ESB was also a central actor in improving its services in the area of civil and military dialogue. A field handbook for humanitarians, that promotes common understanding and approach in engaging military actors in emergencies, was published this year. The Branch also trained close to 300 representatives from the humanitarian and military communities to better understand the importance of civil-military dialogue. Organizations included UN agencies, UN Peace Operations, militaries, national disaster management authorities, Red Cross and Red Crescent Movement, NGOs, donor organizations, regional organizations and others.

OLYMPUS DIGITAL CAMERA

After Vanuatu was ravaged by Tropical Cyclone Pam, ESB mobilised an UNDAC team, as well as surge staff to support the Government in coordinating international response. Photo: OCHA

This crucial work came to life during lengthy negotiations between military officials and United Nations staff deployed for the Yemen crisis to ensure the safe delivery of aid supplies across the country. The successful talks helped UN agencies and many of its partners to safely deliver over 400 convoys of lifesaving aid in 2015.

Overall, the Branch improved OCHA’s ability to deploy its staff at important moments during emergencies with an impressive 343 staff trained and 156 experts deployed between January and November. The three major emergencies this year were the response to the Ebola outbreak, the Nepal earthquake as well as for the Yemen emergency.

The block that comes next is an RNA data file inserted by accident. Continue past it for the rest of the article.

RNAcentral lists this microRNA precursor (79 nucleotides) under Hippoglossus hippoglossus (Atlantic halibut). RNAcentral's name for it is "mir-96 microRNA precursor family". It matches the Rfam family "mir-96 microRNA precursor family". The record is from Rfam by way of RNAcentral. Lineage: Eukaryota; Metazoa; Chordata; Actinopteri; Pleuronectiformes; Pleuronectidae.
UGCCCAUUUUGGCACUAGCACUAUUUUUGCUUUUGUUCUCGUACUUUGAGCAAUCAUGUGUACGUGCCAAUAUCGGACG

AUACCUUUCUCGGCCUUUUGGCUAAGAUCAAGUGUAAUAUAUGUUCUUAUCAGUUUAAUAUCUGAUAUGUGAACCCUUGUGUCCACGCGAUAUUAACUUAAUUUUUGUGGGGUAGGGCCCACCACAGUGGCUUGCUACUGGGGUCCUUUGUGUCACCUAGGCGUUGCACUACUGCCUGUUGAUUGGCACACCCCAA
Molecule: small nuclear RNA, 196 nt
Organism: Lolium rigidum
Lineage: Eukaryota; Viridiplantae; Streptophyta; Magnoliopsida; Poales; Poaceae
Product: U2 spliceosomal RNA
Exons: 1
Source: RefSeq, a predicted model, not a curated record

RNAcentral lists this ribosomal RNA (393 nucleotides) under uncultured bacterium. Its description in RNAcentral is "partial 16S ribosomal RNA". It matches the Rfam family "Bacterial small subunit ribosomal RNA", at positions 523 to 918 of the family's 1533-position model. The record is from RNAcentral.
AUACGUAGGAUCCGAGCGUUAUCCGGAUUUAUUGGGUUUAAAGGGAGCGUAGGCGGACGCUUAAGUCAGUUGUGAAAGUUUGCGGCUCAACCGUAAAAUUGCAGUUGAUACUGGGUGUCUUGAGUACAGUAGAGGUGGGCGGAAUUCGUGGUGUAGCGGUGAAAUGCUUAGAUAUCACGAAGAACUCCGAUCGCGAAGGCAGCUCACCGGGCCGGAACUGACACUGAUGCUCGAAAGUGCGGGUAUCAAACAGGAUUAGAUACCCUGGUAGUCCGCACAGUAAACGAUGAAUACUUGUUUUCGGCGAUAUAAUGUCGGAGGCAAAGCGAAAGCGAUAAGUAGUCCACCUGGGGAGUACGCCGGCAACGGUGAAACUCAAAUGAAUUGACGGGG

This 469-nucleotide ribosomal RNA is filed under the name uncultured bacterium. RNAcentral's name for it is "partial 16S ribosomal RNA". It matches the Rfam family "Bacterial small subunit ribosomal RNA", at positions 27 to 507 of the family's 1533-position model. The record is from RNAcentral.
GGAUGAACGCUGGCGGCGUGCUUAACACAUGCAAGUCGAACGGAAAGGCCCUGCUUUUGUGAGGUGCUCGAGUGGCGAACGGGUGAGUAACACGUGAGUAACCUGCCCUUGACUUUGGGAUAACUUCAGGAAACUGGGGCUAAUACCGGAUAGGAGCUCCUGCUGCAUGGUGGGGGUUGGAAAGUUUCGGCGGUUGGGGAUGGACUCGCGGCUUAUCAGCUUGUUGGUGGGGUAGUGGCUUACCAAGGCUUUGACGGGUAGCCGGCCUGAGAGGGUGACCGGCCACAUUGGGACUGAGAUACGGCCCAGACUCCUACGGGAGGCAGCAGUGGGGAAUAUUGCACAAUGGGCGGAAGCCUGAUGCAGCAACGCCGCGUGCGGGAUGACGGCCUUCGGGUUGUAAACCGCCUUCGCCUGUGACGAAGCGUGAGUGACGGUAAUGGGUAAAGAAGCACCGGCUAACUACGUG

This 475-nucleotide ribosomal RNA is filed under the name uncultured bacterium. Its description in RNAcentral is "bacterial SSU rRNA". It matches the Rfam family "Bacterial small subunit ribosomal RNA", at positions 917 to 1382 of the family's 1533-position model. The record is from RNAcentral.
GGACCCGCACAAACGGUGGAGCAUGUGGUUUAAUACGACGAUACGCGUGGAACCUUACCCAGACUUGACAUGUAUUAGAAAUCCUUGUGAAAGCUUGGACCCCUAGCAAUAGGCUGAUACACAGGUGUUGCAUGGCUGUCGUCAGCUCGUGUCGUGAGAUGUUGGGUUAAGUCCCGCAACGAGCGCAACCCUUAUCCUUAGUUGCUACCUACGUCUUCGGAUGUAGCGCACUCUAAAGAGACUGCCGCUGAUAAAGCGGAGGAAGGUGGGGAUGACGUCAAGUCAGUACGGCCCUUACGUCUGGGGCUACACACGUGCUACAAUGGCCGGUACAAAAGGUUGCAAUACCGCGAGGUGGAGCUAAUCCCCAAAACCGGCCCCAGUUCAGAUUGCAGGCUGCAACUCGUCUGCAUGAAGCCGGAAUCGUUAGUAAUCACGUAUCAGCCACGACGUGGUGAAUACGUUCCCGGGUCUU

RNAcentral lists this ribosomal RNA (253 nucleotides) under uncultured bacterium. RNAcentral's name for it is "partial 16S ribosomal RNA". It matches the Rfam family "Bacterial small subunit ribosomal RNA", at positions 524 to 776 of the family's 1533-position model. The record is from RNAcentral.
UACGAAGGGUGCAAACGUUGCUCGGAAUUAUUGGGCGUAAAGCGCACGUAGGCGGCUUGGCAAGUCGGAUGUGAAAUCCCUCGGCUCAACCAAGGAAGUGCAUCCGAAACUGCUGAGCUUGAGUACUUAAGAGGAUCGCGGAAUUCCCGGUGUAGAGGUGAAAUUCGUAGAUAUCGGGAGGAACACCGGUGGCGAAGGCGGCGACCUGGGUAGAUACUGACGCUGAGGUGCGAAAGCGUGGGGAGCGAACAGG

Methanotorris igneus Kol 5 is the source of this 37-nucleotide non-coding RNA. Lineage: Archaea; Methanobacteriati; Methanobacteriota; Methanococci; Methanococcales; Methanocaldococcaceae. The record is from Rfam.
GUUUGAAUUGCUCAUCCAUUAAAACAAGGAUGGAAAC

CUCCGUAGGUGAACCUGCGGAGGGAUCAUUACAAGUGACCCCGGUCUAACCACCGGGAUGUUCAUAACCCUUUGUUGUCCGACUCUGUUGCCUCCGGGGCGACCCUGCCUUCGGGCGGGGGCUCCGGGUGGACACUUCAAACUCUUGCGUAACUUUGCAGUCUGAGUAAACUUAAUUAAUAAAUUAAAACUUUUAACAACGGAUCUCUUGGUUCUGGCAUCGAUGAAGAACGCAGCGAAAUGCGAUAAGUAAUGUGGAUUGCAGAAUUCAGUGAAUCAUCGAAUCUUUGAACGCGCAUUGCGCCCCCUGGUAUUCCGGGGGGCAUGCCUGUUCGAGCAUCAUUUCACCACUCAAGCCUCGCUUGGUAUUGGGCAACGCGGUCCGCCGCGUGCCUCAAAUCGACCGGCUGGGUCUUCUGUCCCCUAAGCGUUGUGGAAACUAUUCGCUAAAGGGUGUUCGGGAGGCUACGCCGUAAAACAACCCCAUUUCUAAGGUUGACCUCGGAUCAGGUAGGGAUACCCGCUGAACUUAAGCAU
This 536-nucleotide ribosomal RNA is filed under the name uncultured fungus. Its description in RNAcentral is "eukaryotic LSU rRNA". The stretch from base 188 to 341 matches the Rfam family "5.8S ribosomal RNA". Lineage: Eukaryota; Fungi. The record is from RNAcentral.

In another sector of activities for ESB in 2015, over 240 experts were trained on environmental emergency preparedness. Now more than ever before, OCHA and its networks are better prepared to respond to complex environment crises as well as get the humanitarian system, regions and countries ready to respond to any major disaster. For instance, the team in Geneva coordinated three environment responses in 2015, the latest being in November in Paraguay with a team of experts being deployed to analyse the impact of a serious accident in San Lorenzo.

As 2015 is coming to an end, the Branch is already looking forward to next year with the same energy and focus. To kick-start the next year, under the auspices of the Consultative Group, ESB will lead the Humanitarian Networks and Partnership Week in early February.

The event will be a crucial time for all humanitarian actors working closely with OCHA and other UN agencies to deepen its knowledge of how best to prepare and also respond to the many challenges the system face every single year. Onwards!

 

Feature photo: Kathmandu the day after the earthquake | UNDP